LUCY is a system that can be attached to drones to determine where certain sounds, including human calls for help, are coming from. The acoustic sensor consists of an irregular volumetric array of microelectromechanical systems (MEMS) microphones known as a "crow's nest array". MEMS microphones are small, lightweight, inexpensive and, most importantly, powerful microphones used in many devices such as cell phones. These types of microphones have been shown to have sufficient sensitivity to detect impulse-like sounds such as screams. They make it possible to build a small, lightweight, and easy-to-carry system, regardless of the type of drone it is attached to.
The human ear is a sensory organ that picks up vibrations and transmits them to the brain. The brain processes the nerve signals and analyzes the received sound information – things like what direction a sound is coming from and what is background noise. LUCY works in a similar way, using microphones to capture sounds and a signal processing unit to analyze the sound information and estimate the direction of incidence of the sounds generated by casualties.
In the work carried out so far, direction-finding and pinpointing impulse noises have already been successfully tested on a Fraunhofer FKIE experimental system with 32 microphones. Due to the miniaturization of the sensor elements, more MEMS microphones can now be used. Currently, the institute is building a 64-microphone demonstrator, which due to its modular design can use all or just a part of the microphone array depending on the application. Methods developed by Fraunhofer FKIE are being used to optimize both detection range and the accuracy of direction-finding and location capabilities in the irregular geometry design for the microphone array.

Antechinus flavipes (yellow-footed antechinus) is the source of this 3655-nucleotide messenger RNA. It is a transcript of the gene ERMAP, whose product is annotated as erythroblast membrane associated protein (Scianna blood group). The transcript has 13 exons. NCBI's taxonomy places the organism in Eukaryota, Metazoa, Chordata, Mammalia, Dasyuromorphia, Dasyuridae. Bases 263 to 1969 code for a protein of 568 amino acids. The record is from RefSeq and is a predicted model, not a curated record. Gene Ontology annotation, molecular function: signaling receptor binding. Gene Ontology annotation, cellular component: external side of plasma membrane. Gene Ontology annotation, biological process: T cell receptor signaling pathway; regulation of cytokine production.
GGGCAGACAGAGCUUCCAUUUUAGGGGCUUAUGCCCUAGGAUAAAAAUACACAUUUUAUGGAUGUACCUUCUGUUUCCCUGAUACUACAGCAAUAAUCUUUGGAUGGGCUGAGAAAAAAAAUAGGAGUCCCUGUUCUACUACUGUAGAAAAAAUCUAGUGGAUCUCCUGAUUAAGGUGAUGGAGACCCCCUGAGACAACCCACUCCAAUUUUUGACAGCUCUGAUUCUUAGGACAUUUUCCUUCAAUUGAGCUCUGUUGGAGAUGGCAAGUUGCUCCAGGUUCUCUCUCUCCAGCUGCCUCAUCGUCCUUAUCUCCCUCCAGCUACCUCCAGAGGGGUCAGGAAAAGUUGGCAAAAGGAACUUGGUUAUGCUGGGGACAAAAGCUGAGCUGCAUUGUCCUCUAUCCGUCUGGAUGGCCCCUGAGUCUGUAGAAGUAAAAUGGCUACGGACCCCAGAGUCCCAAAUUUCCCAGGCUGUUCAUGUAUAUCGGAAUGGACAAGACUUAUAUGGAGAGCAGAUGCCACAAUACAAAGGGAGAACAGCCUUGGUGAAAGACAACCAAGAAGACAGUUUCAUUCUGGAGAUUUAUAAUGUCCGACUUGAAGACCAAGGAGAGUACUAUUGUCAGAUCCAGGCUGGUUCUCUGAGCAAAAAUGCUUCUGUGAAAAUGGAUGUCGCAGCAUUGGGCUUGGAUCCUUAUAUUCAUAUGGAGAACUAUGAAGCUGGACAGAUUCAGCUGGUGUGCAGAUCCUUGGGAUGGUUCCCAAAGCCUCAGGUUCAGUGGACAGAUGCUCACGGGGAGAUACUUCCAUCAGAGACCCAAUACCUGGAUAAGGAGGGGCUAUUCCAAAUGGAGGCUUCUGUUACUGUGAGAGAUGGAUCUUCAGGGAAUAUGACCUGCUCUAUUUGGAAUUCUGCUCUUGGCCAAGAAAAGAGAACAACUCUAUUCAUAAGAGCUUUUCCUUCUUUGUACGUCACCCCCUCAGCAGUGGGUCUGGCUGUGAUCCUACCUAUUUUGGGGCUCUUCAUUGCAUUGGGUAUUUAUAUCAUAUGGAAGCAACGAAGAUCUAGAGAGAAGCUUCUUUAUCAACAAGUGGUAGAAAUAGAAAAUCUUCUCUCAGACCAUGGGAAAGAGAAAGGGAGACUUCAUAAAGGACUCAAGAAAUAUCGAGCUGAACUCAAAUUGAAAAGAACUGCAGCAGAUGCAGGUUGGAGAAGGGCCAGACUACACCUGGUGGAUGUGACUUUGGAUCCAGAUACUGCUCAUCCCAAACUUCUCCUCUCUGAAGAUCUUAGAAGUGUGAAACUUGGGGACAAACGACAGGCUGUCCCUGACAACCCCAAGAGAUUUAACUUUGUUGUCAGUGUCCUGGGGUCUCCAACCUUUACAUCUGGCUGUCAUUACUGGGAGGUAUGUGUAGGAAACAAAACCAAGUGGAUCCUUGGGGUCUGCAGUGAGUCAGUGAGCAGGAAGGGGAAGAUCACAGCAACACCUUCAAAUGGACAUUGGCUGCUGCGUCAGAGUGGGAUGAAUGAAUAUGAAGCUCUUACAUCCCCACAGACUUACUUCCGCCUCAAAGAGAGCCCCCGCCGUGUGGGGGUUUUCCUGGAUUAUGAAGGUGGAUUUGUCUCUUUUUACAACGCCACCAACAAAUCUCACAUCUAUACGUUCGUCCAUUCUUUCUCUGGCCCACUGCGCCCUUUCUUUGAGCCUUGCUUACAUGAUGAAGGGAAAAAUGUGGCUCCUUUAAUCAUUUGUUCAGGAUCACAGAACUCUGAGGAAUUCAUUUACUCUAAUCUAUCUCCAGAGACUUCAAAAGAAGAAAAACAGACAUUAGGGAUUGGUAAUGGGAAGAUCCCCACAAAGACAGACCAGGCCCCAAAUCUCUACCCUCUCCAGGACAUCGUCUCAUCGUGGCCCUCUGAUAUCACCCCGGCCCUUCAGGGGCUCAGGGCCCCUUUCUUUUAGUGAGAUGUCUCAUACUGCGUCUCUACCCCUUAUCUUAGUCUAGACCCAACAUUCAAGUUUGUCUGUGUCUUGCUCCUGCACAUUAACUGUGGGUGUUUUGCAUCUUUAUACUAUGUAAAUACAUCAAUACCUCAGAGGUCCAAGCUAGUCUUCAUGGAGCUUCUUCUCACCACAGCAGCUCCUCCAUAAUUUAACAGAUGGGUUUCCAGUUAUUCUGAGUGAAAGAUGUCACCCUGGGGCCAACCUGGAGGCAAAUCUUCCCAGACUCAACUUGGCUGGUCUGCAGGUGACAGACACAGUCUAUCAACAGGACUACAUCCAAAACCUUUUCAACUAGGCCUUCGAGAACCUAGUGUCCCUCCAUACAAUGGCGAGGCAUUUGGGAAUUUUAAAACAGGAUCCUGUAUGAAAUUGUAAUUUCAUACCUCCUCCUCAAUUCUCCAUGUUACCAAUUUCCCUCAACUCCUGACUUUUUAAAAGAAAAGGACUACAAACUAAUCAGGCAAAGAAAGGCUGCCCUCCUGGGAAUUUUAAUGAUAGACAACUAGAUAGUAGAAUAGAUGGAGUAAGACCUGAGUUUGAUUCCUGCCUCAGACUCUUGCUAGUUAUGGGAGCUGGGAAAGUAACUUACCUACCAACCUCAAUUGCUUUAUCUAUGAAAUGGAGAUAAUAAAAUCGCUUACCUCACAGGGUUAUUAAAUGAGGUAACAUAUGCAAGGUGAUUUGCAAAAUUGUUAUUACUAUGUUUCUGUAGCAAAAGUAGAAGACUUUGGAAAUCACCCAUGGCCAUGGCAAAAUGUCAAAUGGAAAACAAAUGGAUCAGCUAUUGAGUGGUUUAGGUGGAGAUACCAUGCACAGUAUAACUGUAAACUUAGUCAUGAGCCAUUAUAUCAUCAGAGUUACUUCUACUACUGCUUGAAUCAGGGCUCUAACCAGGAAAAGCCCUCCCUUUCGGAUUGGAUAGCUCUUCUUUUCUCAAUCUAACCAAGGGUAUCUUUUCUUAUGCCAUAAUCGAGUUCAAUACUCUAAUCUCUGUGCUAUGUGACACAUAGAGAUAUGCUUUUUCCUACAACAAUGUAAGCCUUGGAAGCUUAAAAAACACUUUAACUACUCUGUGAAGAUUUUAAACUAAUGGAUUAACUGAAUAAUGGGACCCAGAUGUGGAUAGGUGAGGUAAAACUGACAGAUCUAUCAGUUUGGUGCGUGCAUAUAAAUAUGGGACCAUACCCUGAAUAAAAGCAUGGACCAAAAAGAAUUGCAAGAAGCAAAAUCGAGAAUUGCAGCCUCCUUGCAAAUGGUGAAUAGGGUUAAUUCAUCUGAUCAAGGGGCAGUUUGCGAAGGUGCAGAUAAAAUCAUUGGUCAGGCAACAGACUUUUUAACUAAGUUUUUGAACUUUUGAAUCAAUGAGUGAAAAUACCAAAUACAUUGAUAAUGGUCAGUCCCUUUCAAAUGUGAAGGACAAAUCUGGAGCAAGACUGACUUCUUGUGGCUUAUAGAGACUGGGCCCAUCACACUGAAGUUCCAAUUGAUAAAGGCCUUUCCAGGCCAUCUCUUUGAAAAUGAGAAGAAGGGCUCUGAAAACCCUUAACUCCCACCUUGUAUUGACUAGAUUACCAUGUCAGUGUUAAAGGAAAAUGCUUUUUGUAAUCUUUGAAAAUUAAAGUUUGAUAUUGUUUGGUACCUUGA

An adaptive filter is also currently being designed to distinguish between different types of noise. The aim is to suppress noise from helicopter rotors, for example, or wind and rain in order to better detect impulse sounds such as screams and tapping. Initial versions of this filter have already been tested and have performed very well in detecting impulse-like sounds in the presence of other sounds. At the same time, work is being done to implement improved noise detection using artificial intelligence (AI) signal processing to achieve greater accuracy and reliability. This should make it easier to distinguish between screams and other impulse sounds during detection. Using AI-based methods, however, requires training with reference data.
Finally, the angle of incidence of a sound expressed in azimuth and elevation is determined using a technique called "coherent beamforming". By moving the drone through the air in the right way, a person's calls for help can be detected from different directions, making it possible to pinpoint the exact location of the person by intersecting the lines of bearing from the measured angles of incidence. This function is currently being tested.